This historical fiction novel features nineteen-year-old Jim Keath, born white, but rescued and adopted by the Crow when he was badly wounded by a bear. He lives as a trapper now, avoiding both sides of his life, but when his younger siblings write to him, asking for his help in staking a land claim, he can't run from his past anymore. The story deals beautifully and honestly with human nature, the harsh realities of survival in Oregon Territory, and the importance of family. And the stark western landscape plays a large part in the story.

By Eloise Jarvis McGraw,

Why should I read it?

1 author picked Moccasin Trail as one of their favorite books, and they share why you should read it. This book is for kids age 9, 10, 11, and 12.

What is this book about?

A pioneer boy, brought up by Crow Indians, is reunited with his family and attempts to orient himself in the white man's culture.


Book cover of Twenty Thousands Roads: Women, Movement, and the West

Lynn Downey Author Of Dudes Rush In

From my list on the women of the American West.

Why am I passionate about this?

I have loved the history of the West since I was a child, as my family has lived here for over a century. I devoured historical fiction about pioneer girls in grammar school (including the works of Laura Ingalls Wilder), and as I got into college, I expanded my reading universe to include books about women’s roles in the West, and the meaning of this region in overall American history. This concept is what drew me to study the cultural influence of dude ranching, where women have always been able to shine -- and where I placed the protagonist of my first novel.

Lynn's book list on the women of the American West

Lynn Downey Why did Lynn love this book?

When we think of the West, we so often think about people moving and traveling, but rarely do women come to mind, except as pioneers in covered wagons. But ever since Sacagawea walked with the Lewis and Clark expedition, women have not only traveled West, they often led the way, both physically and metaphorically. Scharff’s book is a fascinating look at how hard it was for women to actually move through the region, whether stumping for suffrage or civil rights. Scharff’s book is especially valuable because she includes so many women of color, and you can feel their pain and their exhilaration on the page.

By Virginia Scharff,

Why should I read it?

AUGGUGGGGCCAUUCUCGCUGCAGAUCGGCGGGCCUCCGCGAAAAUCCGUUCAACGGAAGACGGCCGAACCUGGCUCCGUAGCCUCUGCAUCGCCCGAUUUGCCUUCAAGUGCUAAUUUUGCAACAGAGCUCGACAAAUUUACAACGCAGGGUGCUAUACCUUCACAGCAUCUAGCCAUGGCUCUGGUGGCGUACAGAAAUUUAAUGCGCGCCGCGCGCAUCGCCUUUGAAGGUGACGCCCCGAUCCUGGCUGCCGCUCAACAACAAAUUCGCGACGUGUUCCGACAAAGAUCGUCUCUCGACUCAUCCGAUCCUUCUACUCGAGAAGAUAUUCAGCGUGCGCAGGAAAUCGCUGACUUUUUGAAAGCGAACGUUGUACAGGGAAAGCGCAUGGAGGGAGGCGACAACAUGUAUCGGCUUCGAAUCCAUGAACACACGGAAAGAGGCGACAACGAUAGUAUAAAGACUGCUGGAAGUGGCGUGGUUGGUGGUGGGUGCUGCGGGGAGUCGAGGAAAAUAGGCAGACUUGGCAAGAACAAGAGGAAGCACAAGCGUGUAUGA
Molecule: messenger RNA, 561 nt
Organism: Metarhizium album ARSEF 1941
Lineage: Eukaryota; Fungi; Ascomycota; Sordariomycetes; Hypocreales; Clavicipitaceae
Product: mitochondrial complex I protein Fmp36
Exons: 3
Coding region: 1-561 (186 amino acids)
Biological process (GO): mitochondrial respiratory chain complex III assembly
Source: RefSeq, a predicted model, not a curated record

1 author picked Twenty Thousands Roads as one of their favorite books, and they share why you should read it.

What is this book about?

From Sacagawea's travels with Lewis and Clark to rock groupie Pamela Des Barres's California trips, women have moved across the American West with profound consequences for the people and places they encounter. Virginia Scharff revisits a grand theme of United States history - our restless, relentless westward movement--but sets out in new directions, following women's trails from the early nineteenth to the late twentieth centuries. In colorful, spirited stories, she weaves a lyrical reconsideration of the processes that created, gave meaning to, and ultimately shattered the West. "Twenty Thousand Roads" introduces a cast of women mapping the world on their…


Book cover of The Character of Meriwether Lewis: Explorer in the Wilderness

Larry E. Morris Author Of The Fate of the Corps: What Became of the Lewis and Clark Explorers After the Expedition

From my list on Lewis and Clark, their lives, and the impact of their expedition.

Why am I passionate about this?

I was browsing a bookstore around 1996 when I spotted a book about Lewis and Clark. I took a look, saw a list of the members of the expedition, and realized I hardly knew anything about those individuals. I wondered who they were and what happened to them during and after their trek across the country. I started reading books and articles and making trips to conventions or archives in places like St. Louis and Philadelphia. It has been a great twenty-five years, and my passion for Lewis and Clark has never ebbed. I hope you enjoy the books discussed here as much as I have.